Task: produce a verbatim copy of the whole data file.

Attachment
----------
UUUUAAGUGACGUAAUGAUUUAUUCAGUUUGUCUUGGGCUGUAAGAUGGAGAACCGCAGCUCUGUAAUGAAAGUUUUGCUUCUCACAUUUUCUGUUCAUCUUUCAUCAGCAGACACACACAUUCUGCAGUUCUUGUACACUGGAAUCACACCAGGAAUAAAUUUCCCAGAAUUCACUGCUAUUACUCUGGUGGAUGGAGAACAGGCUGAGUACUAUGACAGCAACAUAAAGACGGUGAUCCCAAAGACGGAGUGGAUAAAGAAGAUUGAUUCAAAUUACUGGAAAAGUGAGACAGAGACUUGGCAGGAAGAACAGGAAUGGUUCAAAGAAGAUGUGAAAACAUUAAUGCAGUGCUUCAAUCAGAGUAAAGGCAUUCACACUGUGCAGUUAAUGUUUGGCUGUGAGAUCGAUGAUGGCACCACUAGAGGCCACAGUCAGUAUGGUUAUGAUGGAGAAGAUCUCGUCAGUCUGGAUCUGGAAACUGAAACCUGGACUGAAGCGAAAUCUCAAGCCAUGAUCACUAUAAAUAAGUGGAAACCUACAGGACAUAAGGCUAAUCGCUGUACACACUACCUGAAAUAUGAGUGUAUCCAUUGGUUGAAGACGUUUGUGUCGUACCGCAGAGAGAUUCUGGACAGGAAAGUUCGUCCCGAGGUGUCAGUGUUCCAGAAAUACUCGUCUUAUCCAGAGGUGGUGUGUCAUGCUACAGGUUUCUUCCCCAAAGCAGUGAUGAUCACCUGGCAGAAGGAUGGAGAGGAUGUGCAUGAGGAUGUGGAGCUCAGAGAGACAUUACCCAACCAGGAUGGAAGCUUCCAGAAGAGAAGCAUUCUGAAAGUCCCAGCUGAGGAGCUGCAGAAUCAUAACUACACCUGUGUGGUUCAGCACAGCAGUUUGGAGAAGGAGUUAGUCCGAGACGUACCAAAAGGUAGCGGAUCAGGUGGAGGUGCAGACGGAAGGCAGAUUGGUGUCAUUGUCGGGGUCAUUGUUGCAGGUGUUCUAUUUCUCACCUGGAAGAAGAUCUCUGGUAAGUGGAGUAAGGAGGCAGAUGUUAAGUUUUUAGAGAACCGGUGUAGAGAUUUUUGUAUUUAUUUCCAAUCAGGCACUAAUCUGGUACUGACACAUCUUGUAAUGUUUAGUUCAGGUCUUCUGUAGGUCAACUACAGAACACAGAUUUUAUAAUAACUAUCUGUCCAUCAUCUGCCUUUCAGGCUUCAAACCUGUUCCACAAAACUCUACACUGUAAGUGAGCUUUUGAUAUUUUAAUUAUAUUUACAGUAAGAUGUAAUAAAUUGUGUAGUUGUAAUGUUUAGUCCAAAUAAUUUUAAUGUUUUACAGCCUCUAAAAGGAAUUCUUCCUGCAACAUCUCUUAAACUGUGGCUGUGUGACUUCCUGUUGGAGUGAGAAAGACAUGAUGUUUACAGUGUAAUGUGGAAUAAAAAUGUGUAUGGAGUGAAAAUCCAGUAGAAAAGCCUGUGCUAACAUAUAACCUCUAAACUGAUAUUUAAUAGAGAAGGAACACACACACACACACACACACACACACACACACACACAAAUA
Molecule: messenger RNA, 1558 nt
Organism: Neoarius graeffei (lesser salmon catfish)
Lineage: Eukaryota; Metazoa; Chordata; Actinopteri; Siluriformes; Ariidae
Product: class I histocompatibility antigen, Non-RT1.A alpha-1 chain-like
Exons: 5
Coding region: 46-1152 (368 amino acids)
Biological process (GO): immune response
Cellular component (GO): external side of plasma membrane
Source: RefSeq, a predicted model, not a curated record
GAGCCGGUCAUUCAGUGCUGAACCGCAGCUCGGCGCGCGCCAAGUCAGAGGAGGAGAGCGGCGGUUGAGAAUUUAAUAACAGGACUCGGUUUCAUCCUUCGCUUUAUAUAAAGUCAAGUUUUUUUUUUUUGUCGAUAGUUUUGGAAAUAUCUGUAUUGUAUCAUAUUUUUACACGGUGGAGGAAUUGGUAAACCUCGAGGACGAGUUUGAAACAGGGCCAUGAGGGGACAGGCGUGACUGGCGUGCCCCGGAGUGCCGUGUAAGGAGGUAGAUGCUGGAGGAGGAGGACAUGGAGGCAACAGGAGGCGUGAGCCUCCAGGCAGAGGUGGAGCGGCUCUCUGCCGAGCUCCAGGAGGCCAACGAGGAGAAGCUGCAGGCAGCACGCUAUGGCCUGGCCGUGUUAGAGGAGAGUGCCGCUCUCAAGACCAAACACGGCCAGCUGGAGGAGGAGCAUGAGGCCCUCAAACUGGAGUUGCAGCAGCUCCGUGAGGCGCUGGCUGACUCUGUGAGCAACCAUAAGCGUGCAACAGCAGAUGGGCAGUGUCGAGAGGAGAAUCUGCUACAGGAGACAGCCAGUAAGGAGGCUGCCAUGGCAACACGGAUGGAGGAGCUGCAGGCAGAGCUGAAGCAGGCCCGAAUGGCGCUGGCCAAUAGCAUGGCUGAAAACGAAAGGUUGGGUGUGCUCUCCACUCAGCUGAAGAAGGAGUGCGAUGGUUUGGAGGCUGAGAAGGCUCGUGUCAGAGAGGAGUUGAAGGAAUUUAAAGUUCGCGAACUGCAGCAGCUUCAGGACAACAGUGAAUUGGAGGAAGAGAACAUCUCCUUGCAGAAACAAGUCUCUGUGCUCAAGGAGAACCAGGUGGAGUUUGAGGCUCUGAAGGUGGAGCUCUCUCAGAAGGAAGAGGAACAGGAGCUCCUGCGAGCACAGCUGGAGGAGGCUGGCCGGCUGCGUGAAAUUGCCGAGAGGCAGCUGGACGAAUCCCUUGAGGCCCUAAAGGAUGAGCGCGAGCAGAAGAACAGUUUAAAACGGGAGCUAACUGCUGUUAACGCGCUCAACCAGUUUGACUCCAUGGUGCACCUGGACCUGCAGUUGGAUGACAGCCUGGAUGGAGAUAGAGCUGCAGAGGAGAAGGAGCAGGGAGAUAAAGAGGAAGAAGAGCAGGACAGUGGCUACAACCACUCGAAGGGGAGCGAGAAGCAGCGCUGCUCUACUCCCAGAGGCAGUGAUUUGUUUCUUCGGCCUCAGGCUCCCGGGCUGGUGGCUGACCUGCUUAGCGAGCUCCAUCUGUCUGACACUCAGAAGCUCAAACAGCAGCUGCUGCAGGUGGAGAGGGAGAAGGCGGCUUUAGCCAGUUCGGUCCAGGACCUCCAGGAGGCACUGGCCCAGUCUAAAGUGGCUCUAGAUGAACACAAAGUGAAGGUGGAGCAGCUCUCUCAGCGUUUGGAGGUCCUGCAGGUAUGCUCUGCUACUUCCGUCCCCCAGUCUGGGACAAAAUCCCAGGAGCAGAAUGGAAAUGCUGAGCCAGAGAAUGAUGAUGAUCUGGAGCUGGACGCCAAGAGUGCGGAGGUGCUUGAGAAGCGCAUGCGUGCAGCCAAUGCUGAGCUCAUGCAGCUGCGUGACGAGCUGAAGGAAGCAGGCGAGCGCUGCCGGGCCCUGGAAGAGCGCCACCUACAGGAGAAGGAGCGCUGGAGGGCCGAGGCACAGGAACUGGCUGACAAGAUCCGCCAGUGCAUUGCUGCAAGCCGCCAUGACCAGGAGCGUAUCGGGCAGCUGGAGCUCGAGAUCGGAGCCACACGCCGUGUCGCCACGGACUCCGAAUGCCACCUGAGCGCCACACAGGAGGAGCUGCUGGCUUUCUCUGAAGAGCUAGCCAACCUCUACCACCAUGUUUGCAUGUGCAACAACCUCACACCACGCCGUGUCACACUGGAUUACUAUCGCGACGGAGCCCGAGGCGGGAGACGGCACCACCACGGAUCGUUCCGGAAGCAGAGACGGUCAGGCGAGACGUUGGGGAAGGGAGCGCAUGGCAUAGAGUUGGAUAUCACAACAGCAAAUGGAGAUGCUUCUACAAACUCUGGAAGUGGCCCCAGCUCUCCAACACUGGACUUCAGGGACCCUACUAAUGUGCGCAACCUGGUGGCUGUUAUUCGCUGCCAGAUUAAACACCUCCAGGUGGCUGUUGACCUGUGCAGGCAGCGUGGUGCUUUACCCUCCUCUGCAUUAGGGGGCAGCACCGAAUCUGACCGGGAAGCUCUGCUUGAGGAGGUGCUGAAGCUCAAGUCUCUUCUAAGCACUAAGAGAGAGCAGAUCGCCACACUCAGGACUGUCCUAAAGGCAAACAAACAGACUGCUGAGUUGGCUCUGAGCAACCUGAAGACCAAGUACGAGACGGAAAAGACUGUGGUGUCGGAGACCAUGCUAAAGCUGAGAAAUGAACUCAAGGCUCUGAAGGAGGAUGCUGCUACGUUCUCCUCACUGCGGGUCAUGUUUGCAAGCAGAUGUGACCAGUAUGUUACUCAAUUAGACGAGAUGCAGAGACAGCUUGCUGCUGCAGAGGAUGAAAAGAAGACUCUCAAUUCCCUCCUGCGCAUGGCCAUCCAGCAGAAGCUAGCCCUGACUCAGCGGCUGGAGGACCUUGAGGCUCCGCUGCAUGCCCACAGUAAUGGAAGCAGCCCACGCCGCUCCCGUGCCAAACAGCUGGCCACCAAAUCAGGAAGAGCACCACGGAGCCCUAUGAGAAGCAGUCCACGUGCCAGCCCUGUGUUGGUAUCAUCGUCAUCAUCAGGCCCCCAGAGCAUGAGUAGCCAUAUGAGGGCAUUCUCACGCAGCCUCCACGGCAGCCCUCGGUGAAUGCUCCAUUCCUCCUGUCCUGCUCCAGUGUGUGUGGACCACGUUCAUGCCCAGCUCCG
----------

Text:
UUUUAAGUGACGUAAUGAUUUAUUCAGUUUGUCUUGGGCUGUAAGAUGGAGAACCGCAGCUCUGUAAUGAAAGUUUUGCUUCUCACAUUUUCUGUUCAUCUUUCAUCAGCAGACACACACAUUCUGCAGUUCUUGUACACUGGAAUCACACCAGGAAUAAAUUUCCCAGAAUUCACUGCUAUUACUCUGGUGGAUGGAGAACAGGCUGAGUACUAUGACAGCAACAUAAAGACGGUGAUCCCAAAGACGGAGUGGAUAAAGAAGAUUGAUUCAAAUUACUGGAAAAGUGAGACAGAGACUUGGCAGGAAGAACAGGAAUGGUUCAAAGAAGAUGUGAAAACAUUAAUGCAGUGCUUCAAUCAGAGUAAAGGCAUUCACACUGUGCAGUUAAUGUUUGGCUGUGAGAUCGAUGAUGGCACCACUAGAGGCCACAGUCAGUAUGGUUAUGAUGGAGAAGAUCUCGUCAGUCUGGAUCUGGAAACUGAAACCUGGACUGAAGCGAAAUCUCAAGCCAUGAUCACUAUAAAUAAGUGGAAACCUACAGGACAUAAGGCUAAUCGCUGUACACACUACCUGAAAUAUGAGUGUAUCCAUUGGUUGAAGACGUUUGUGUCGUACCGCAGAGAGAUUCUGGACAGGAAAGUUCGUCCCGAGGUGUCAGUGUUCCAGAAAUACUCGUCUUAUCCAGAGGUGGUGUGUCAUGCUACAGGUUUCUUCCCCAAAGCAGUGAUGAUCACCUGGCAGAAGGAUGGAGAGGAUGUGCAUGAGGAUGUGGAGCUCAGAGAGACAUUACCCAACCAGGAUGGAAGCUUCCAGAAGAGAAGCAUUCUGAAAGUCCCAGCUGAGGAGCUGCAGAAUCAUAACUACACCUGUGUGGUUCAGCACAGCAGUUUGGAGAAGGAGUUAGUCCGAGACGUACCAAAAGGUAGCGGAUCAGGUGGAGGUGCAGACGGAAGGCAGAUUGGUGUCAUUGUCGGGGUCAUUGUUGCAGGUGUUCUAUUUCUCACCUGGAAGAAGAUCUCUGGUAAGUGGAGUAAGGAGGCAGAUGUUAAGUUUUUAGAGAACCGGUGUAGAGAUUUUUGUAUUUAUUUCCAAUCAGGCACUAAUCUGGUACUGACACAUCUUGUAAUGUUUAGUUCAGGUCUUCUGUAGGUCAACUACAGAACACAGAUUUUAUAAUAACUAUCUGUCCAUCAUCUGCCUUUCAGGCUUCAAACCUGUUCCACAAAACUCUACACUGUAAGUGAGCUUUUGAUAUUUUAAUUAUAUUUACAGUAAGAUGUAAUAAAUUGUGUAGUUGUAAUGUUUAGUCCAAAUAAUUUUAAUGUUUUACAGCCUCUAAAAGGAAUUCUUCCUGCAACAUCUCUUAAACUGUGGCUGUGUGACUUCCUGUUGGAGUGAGAAAGACAUGAUGUUUACAGUGUAAUGUGGAAUAAAAAUGUGUAUGGAGUGAAAAUCCAGUAGAAAAGCCUGUGCUAACAUAUAACCUCUAAACUGAUAUUUAAUAGAGAAGGAACACACACACACACACACACACACACACACACACACACAAAUA
Molecule: messenger RNA, 1558 nt
Organism: Neoarius graeffei (lesser salmon catfish)
Lineage: Eukaryota; Metazoa; Chordata; Actinopteri; Siluriformes; Ariidae
Product: class I histocompatibility antigen, Non-RT1.A alpha-1 chain-like
Exons: 5
Coding region: 46-1152 (368 amino acids)
Biological process (GO): immune response
Cellular component (GO): external side of plasma membrane
Source: RefSeq, a predicted model, not a curated record
GAGCCGGUCAUUCAGUGCUGAACCGCAGCUCGGCGCGCGCCAAGUCAGAGGAGGAGAGCGGCGGUUGAGAAUUUAAUAACAGGACUCGGUUUCAUCCUUCGCUUUAUAUAAAGUCAAGUUUUUUUUUUUUGUCGAUAGUUUUGGAAAUAUCUGUAUUGUAUCAUAUUUUUACACGGUGGAGGAAUUGGUAAACCUCGAGGACGAGUUUGAAACAGGGCCAUGAGGGGACAGGCGUGACUGGCGUGCCCCGGAGUGCCGUGUAAGGAGGUAGAUGCUGGAGGAGGAGGACAUGGAGGCAACAGGAGGCGUGAGCCUCCAGGCAGAGGUGGAGCGGCUCUCUGCCGAGCUCCAGGAGGCCAACGAGGAGAAGCUGCAGGCAGCACGCUAUGGCCUGGCCGUGUUAGAGGAGAGUGCCGCUCUCAAGACCAAACACGGCCAGCUGGAGGAGGAGCAUGAGGCCCUCAAACUGGAGUUGCAGCAGCUCCGUGAGGCGCUGGCUGACUCUGUGAGCAACCAUAAGCGUGCAACAGCAGAUGGGCAGUGUCGAGAGGAGAAUCUGCUACAGGAGACAGCCAGUAAGGAGGCUGCCAUGGCAACACGGAUGGAGGAGCUGCAGGCAGAGCUGAAGCAGGCCCGAAUGGCGCUGGCCAAUAGCAUGGCUGAAAACGAAAGGUUGGGUGUGCUCUCCACUCAGCUGAAGAAGGAGUGCGAUGGUUUGGAGGCUGAGAAGGCUCGUGUCAGAGAGGAGUUGAAGGAAUUUAAAGUUCGCGAACUGCAGCAGCUUCAGGACAACAGUGAAUUGGAGGAAGAGAACAUCUCCUUGCAGAAACAAGUCUCUGUGCUCAAGGAGAACCAGGUGGAGUUUGAGGCUCUGAAGGUGGAGCUCUCUCAGAAGGAAGAGGAACAGGAGCUCCUGCGAGCACAGCUGGAGGAGGCUGGCCGGCUGCGUGAAAUUGCCGAGAGGCAGCUGGACGAAUCCCUUGAGGCCCUAAAGGAUGAGCGCGAGCAGAAGAACAGUUUAAAACGGGAGCUAACUGCUGUUAACGCGCUCAACCAGUUUGACUCCAUGGUGCACCUGGACCUGCAGUUGGAUGACAGCCUGGAUGGAGAUAGAGCUGCAGAGGAGAAGGAGCAGGGAGAUAAAGAGGAAGAAGAGCAGGACAGUGGCUACAACCACUCGAAGGGGAGCGAGAAGCAGCGCUGCUCUACUCCCAGAGGCAGUGAUUUGUUUCUUCGGCCUCAGGCUCCCGGGCUGGUGGCUGACCUGCUUAGCGAGCUCCAUCUGUCUGACACUCAGAAGCUCAAACAGCAGCUGCUGCAGGUGGAGAGGGAGAAGGCGGCUUUAGCCAGUUCGGUCCAGGACCUCCAGGAGGCACUGGCCCAGUCUAAAGUGGCUCUAGAUGAACACAAAGUGAAGGUGGAGCAGCUCUCUCAGCGUUUGGAGGUCCUGCAGGUAUGCUCUGCUACUUCCGUCCCCCAGUCUGGGACAAAAUCCCAGGAGCAGAAUGGAAAUGCUGAGCCAGAGAAUGAUGAUGAUCUGGAGCUGGACGCCAAGAGUGCGGAGGUGCUUGAGAAGCGCAUGCGUGCAGCCAAUGCUGAGCUCAUGCAGCUGCGUGACGAGCUGAAGGAAGCAGGCGAGCGCUGCCGGGCCCUGGAAGAGCGCCACCUACAGGAGAAGGAGCGCUGGAGGGCCGAGGCACAGGAACUGGCUGACAAGAUCCGCCAGUGCAUUGCUGCAAGCCGCCAUGACCAGGAGCGUAUCGGGCAGCUGGAGCUCGAGAUCGGAGCCACACGCCGUGUCGCCACGGACUCCGAAUGCCACCUGAGCGCCACACAGGAGGAGCUGCUGGCUUUCUCUGAAGAGCUAGCCAACCUCUACCACCAUGUUUGCAUGUGCAACAACCUCACACCACGCCGUGUCACACUGGAUUACUAUCGCGACGGAGCCCGAGGCGGGAGACGGCACCACCACGGAUCGUUCCGGAAGCAGAGACGGUCAGGCGAGACGUUGGGGAAGGGAGCGCAUGGCAUAGAGUUGGAUAUCACAACAGCAAAUGGAGAUGCUUCUACAAACUCUGGAAGUGGCCCCAGCUCUCCAACACUGGACUUCAGGGACCCUACUAAUGUGCGCAACCUGGUGGCUGUUAUUCGCUGCCAGAUUAAACACCUCCAGGUGGCUGUUGACCUGUGCAGGCAGCGUGGUGCUUUACCCUCCUCUGCAUUAGGGGGCAGCACCGAAUCUGACCGGGAAGCUCUGCUUGAGGAGGUGCUGAAGCUCAAGUCUCUUCUAAGCACUAAGAGAGAGCAGAUCGCCACACUCAGGACUGUCCUAAAGGCAAACAAACAGACUGCUGAGUUGGCUCUGAGCAACCUGAAGACCAAGUACGAGACGGAAAAGACUGUGGUGUCGGAGACCAUGCUAAAGCUGAGAAAUGAACUCAAGGCUCUGAAGGAGGAUGCUGCUACGUUCUCCUCACUGCGGGUCAUGUUUGCAAGCAGAUGUGACCAGUAUGUUACUCAAUUAGACGAGAUGCAGAGACAGCUUGCUGCUGCAGAGGAUGAAAAGAAGACUCUCAAUUCCCUCCUGCGCAUGGCCAUCCAGCAGAAGCUAGCCCUGACUCAGCGGCUGGAGGACCUUGAGGCUCCGCUGCAUGCCCACAGUAAUGGAAGCAGCCCACGCCGCUCCCGUGCCAAACAGCUGGCCACCAAAUCAGGAAGAGCACCACGGAGCCCUAUGAGAAGCAGUCCACGUGCCAGCCCUGUGUUGGUAUCAUCGUCAUCAUCAGGCCCCCAGAGCAUGAGUAGCCAUAUGAGGGCAUUCUCACGCAGCCUCCACGGCAGCCCUCGGUGAAUGCUCCAUUCCUCCUGUCCUGCUCCAGUGUGUGUGGACCACGUUCAUGCCCAGCUCCG